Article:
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I would like to ask a question about the law of civilian court martials: under what circumstances and which present day military forces allow it?

So I was going to put this in history. But would law probably be more on topic? Or elsewhere? just trying not to repeat posting on the wrong forum which wastes mods time

ok I will explain; I had an aunt in the British army who drove an ambulance. She was classed as a civilian in the army. She was late to a wounded guy who died so she got a court martial.

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    Might be just me, but not sure what you mean by "civilian courts martial". AFAIK, someone is either charged under military law in a court martial, or under civilian law in an ordinary Court. A "civilian Court martial" sounds like a contradiction in terms. – TheHonRose Jun 29 at 9:51
  • When was this? If during WWII (apologies if that's rude to your aunt or you!) women in the then services (WAAC, FANY etc) were not theoretically members of the armed forces - which, in itself, makes a court martial strange. But I suppose there is no civilian law against arriving too late to save a life! I suggest you ask the question on History, it touches on the historical role of women in the Services, and we do have some polymaths on there! – TheHonRose Jun 29 at 21:24
  • It was in the 1960's at a base. – Snack_Food_Termite Jun 29 at 23:53
  • In that case, I really don't understand it. If she was in the WRAC, AFAIK she would be regarded as military personnel and subject to Army discipline. If she was a civilian working with the Army, I doubt she could be court-martialled - they can't have it both ways! However, being 1960s, I suspect it would fit better in the Law:SE. Not suggesting 1960s aren't "history", but I don't think the status of female soldiers changed much since then, only their integration and combat roles. – TheHonRose Jun 30 at 1:11
  • She decided to avoid the court martial by paying her way out and leaving the army. She was unhappy. She enjoyed the job. – Snack_Food_Termite Jun 30 at 1:15
  • If she had to buy herself out, she could not have been a civilian. Civilians leave jobs; soldiers etc buy themselves out. – TheHonRose Jun 30 at 1:22
  • Then I would be better off phrasing the question as military people who do non combat roles. – Snack_Food_Termite Jun 30 at 1:29
  • Hmm... maybe, although I think even non-combatant roles - Royal Medical Corps, Army Chaplains etc - would still be subject to military discipline. Just give as much information as possible and see what gives. Good luck, it's interesting. – TheHonRose Jun 30 at 5:59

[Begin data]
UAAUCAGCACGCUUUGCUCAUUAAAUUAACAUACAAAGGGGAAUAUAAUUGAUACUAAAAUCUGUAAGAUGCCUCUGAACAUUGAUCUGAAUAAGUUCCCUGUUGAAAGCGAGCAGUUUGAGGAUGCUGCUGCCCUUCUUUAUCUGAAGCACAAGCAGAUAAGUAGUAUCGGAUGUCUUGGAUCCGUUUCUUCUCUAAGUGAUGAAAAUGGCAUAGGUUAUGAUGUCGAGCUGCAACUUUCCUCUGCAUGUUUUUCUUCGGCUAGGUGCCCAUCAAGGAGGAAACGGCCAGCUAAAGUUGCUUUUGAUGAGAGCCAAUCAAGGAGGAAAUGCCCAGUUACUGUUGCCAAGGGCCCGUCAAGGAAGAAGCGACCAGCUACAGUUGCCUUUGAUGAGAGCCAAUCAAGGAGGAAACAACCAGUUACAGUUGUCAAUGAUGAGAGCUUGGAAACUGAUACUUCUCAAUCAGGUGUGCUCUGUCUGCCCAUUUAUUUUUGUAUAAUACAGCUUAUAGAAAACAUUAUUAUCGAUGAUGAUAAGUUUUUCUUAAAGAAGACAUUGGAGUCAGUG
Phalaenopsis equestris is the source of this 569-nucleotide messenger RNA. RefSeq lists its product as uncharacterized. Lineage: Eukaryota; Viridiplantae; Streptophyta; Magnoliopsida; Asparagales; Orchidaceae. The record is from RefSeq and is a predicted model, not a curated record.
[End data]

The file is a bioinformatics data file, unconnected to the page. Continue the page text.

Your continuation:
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    Civilians who are subject to military discipline may be tried for certain acts (e.g. looting, but not e.g. desertion) in the Service Civilian Court, which seems to be what you're looking for here. However, your question as phrased would be too broad for H.SE. – Semaphore Jul 2 at 11:21
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I think the question might be part of history, but phrased as something like "there are cases where civilians were trialed by martial court". You can make the question more specific if you add the period of time, country or war where that happened.

Now, I add an answer to your question: I found an article in spanish that covers changes proposed to military justice in Chile.

"Some 4.500 causes that affect civilians and that today are in the military justice would pass to the ordinary justice, according to the project that was approved yesterday by the Chamber of Deputies by 96 votes in favor and 1 abstention. The initiative delimits the scope of action of the military courts so that they reach only the uniformed, in addition to totally excluding minors, civilians or uniformed, from the jurisdiction of the military courts. The bill also establishes that, in the cases of co-authorship or co-participation in which civilians and uniformed persons appear involved, the former will be subject to the ordinary courts and the latter to the military."
In Chile, until that date (2010), terrorism or any crime against a militar, was covered by military justice.

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